HOWARD Marks ran a global cannabis smuggling empire on an unprecedented scale.
At its height in the mid 1980s, Marks had forty-three aliases, eighty-nine phone lines and twenty five companies trading throughout the world, as he moved consignments of up to 30 tonnes of hasish from Pakistan and Thailand to America and Canada.
His career led to him coming into contact with organisations as diverse as the IRA, the CIA, MI6 and the Mafia.
However Marks, an Oxford graduate who shunned violence or trading hard drugs, hardly fits the profile of a typical drug baron.
Nevertheless, once the American authorities finally caught up with him in 1988, he was sentenced to 25 years jail in Terre Haute Penitentiary in Indiana - the site of America’s only Federal Death Row.
Upon his release seven years later, Marks’ career took a different path.
He became a best-selling author with the release of his autobiography, Mr Nice, in 1996. The book was this year adapted into a feature film of the same name, starring fellow Welshman Rhys Ifans.
He has also toured the world with his now legendary one-man show, which will arrive in Scarborough for the first time on Friday, and remains a campaigner for the legalisation of the drug which made him a fortune.
The 65-year-old granted an exclusive interview to Evening News reporter Daniel Sanderson, and maintained he has no regrets about the choices which led to him being dubbed the most sophisticated drug baron of all time.
Q: Have you ever been to Scarborough? If so, when and what did you think?
A: I did three or four years ago to participate in a benefit gig for the prisoner Charlie Bronson when I was on one of my mad tours. The gig itself was good, but I didn’t get to see any of Scarborough. Part of the show was done somewhere at or near Scarborough and another part in a restaurant God knows where.
Q: Your career as a drug dealer allowed you to live a lifestyle beyond most people’s wildest dreams. On the back of drug dealing, you have also become a respected author and popular, even heroic, counter-culture figure. However you also spent seven years of your life in prison, missing out on significant parts of your children’s lives and causing misery to your wife at the time, who was also incarcerated for a while. Do you regret ever becoming involved with drug dealing?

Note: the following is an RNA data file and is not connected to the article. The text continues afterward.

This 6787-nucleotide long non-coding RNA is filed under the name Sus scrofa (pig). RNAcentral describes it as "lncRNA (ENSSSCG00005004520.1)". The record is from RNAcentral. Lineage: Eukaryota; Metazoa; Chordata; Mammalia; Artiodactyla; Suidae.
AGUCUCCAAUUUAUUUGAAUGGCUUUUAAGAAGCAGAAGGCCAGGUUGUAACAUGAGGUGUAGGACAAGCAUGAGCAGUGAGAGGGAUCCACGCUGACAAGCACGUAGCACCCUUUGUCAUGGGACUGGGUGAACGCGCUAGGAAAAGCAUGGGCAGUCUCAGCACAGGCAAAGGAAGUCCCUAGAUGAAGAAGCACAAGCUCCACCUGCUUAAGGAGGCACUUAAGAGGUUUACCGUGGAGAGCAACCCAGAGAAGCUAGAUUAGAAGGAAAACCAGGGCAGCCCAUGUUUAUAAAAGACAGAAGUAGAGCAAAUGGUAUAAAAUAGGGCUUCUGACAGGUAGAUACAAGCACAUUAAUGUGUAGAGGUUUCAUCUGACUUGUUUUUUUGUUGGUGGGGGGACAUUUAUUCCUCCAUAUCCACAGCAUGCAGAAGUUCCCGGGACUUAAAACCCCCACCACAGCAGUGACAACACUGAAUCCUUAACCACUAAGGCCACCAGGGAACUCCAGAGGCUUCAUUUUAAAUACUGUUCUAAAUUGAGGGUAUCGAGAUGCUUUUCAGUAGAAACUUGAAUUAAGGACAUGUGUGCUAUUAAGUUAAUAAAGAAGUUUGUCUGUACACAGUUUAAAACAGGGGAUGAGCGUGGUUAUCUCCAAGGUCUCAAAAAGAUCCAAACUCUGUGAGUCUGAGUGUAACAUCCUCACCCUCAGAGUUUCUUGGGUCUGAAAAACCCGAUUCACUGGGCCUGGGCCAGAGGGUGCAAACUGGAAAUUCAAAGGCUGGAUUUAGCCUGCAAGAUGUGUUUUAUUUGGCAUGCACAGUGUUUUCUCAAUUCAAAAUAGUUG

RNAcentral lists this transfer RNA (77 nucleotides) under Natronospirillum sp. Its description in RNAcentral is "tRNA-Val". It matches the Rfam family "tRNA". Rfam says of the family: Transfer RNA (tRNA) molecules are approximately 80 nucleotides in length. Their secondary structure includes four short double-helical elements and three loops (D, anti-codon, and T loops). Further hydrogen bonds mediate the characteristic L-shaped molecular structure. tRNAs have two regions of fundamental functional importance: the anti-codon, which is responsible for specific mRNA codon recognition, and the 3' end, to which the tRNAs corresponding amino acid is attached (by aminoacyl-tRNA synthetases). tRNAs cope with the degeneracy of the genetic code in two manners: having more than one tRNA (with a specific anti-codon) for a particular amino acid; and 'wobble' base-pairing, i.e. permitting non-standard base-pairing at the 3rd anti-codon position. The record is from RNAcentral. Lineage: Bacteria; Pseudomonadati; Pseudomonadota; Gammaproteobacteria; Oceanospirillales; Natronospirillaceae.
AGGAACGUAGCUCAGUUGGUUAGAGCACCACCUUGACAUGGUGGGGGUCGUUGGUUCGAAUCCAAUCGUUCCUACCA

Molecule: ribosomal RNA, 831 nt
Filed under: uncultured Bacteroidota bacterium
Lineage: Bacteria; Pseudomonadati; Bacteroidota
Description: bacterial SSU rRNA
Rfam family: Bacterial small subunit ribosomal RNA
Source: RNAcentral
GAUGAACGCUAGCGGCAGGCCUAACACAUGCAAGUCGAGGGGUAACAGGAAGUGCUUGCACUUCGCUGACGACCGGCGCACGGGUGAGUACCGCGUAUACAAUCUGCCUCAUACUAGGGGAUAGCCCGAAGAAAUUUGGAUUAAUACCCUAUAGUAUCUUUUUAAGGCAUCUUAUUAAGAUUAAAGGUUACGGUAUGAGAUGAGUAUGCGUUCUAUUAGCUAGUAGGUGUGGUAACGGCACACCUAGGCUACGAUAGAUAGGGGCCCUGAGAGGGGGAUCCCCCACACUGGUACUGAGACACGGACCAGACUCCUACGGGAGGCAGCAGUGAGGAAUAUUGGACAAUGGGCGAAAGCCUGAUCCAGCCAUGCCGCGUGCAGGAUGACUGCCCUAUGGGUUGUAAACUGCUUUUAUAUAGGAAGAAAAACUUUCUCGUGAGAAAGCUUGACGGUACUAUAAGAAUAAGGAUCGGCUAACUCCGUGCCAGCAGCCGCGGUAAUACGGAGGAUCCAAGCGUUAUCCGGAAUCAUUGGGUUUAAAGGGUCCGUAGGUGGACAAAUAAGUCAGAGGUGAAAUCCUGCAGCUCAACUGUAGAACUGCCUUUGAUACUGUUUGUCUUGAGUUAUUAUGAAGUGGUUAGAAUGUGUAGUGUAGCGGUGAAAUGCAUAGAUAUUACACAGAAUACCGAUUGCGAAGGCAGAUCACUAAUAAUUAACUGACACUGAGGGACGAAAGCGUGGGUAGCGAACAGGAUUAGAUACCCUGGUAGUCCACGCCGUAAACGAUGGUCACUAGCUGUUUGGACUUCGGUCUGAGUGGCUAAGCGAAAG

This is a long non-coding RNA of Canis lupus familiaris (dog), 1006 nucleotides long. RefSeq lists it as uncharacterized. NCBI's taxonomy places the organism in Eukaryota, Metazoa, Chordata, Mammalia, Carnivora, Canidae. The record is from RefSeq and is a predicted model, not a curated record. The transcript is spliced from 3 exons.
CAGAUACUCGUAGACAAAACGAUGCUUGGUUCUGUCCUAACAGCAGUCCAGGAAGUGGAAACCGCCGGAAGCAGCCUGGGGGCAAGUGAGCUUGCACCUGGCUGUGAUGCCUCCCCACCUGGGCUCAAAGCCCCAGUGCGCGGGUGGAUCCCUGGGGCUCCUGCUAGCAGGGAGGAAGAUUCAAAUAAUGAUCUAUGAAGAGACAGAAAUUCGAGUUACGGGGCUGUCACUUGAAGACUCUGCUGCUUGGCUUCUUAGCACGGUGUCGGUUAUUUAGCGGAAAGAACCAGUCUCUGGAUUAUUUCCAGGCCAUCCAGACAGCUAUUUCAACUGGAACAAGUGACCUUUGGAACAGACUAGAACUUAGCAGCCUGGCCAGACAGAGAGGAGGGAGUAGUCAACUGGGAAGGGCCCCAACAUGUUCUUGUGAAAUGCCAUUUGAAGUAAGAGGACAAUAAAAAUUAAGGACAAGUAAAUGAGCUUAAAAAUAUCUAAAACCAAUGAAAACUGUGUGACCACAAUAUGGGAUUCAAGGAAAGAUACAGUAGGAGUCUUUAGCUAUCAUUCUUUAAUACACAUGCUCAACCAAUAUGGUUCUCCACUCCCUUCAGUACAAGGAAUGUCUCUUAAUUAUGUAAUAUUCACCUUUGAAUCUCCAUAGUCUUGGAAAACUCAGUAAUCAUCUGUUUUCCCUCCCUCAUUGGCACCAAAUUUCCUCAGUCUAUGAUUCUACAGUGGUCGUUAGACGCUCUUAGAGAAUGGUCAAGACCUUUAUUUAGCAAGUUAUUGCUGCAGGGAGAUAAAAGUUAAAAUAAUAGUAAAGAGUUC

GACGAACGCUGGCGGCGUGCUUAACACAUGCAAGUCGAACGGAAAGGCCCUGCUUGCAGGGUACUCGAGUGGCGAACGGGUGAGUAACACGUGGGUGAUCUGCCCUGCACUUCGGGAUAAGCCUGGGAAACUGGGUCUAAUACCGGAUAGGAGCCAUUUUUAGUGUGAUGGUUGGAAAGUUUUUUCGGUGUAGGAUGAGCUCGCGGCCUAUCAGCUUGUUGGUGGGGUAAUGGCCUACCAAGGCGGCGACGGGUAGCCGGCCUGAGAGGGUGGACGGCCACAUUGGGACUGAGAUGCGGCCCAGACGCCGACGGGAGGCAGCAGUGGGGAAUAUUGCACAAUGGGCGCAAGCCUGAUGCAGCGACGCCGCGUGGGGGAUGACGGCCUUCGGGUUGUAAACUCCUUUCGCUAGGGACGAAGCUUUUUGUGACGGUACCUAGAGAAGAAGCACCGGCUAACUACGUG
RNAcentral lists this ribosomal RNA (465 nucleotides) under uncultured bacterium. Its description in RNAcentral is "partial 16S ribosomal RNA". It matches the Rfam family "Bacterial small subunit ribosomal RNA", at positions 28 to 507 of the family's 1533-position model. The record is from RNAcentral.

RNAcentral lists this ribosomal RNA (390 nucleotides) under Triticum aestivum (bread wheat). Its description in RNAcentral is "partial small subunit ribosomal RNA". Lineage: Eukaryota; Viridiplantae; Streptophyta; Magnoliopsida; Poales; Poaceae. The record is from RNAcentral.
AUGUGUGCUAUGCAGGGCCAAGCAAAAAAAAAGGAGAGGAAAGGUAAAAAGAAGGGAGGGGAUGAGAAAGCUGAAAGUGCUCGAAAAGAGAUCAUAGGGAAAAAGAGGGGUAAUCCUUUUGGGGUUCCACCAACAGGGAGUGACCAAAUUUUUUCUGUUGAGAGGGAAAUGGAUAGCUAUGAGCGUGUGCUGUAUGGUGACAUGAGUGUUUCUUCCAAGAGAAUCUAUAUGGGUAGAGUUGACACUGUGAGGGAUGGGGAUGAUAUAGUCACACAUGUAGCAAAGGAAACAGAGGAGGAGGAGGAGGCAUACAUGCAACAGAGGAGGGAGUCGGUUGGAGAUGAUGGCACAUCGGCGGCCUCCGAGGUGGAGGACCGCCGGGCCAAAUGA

A: I certainly have no regrets about being involved with drug dealing. I have had a very blessed and interesting life.
Q: If you could start over again what would you do for a living?
A: Become a drug dealer.
Q: What changes do you think we would see in British society if cannabis was legalised?
A: It probably wouldn’t be mixed with impurities, as it sometimes is now. One would know how strong it is, which one often doesn’t now. One would know its origin. Some profits from its sale could be used to fund those in need. People wouldn’t have their lives ruined by taking it. Young people would not be unnecessarily thrown into conflict against police. In summary, lots of advantages and no disadvantage. It’s insane not to do it.
Q: In the 1960s, dope smoking and dealing was synonymous with non profit making hippy ideals of love, peace and co-operation. Do you think you were ahead of your time in identifying and exploiting this trade as just another business opportunity for deriving significant personal gain?
A: I wouldn’t say I was ahead of my time. I was just part of that time.
Q: Do you think your example helped steer the cannabis market towards becoming commercialised and gangster run?
A: No. I don’t think it is more commercialised now, in the sense I understand the meaning of the word. It is more gangster run, for sure, but that is because both the penalties for its trade and the detection technology used by law enforcement have risen so much, the business itself is bound to be left to the devices of hard nuts who don’t take any drugs, other than possibly steroids. It’s a direct consequence of prohibition.
Q: You have famously claimed to smoke dope every day, but you are not as young as you once were. Do you ever have days out for recuperation?
Q: In your book you describe coming from a relatively traditional, working class family. What did your parents think of your cannabis dealing and use?
A: They disapproved but always stood by me as someone who sincerely believed something different from what they did.
Q: What did you think of the Mr Nice film?
A: Absolutely first class.
Q: Did you look as old as Rhys Ifans when you were 18?
A: Nothing like.
Q: How does the buzz of being on stage compare with the feeling of being waved through a European border check point with a car full of potent hash?
A: Similar, but smuggling pumps out more adrenaline, the only drug I get paid to take.
Q: What can people expect if they come along to your show in Scarborough?
A: To laugh.
Q: Do you have any new projects in the pipeline?
A: I’ve written a crime fiction novel, which will be released in May 2011.
Q: What’s in your tin?
A: Afghan hashish, thin skins, and American Spirit tobacco.
l Howard Marks’ one man show will be at Vivaz in Huntriss Row on Friday, starting at 7.30pm
Published on Wed Dec 08 11:23:30 GMT 2010
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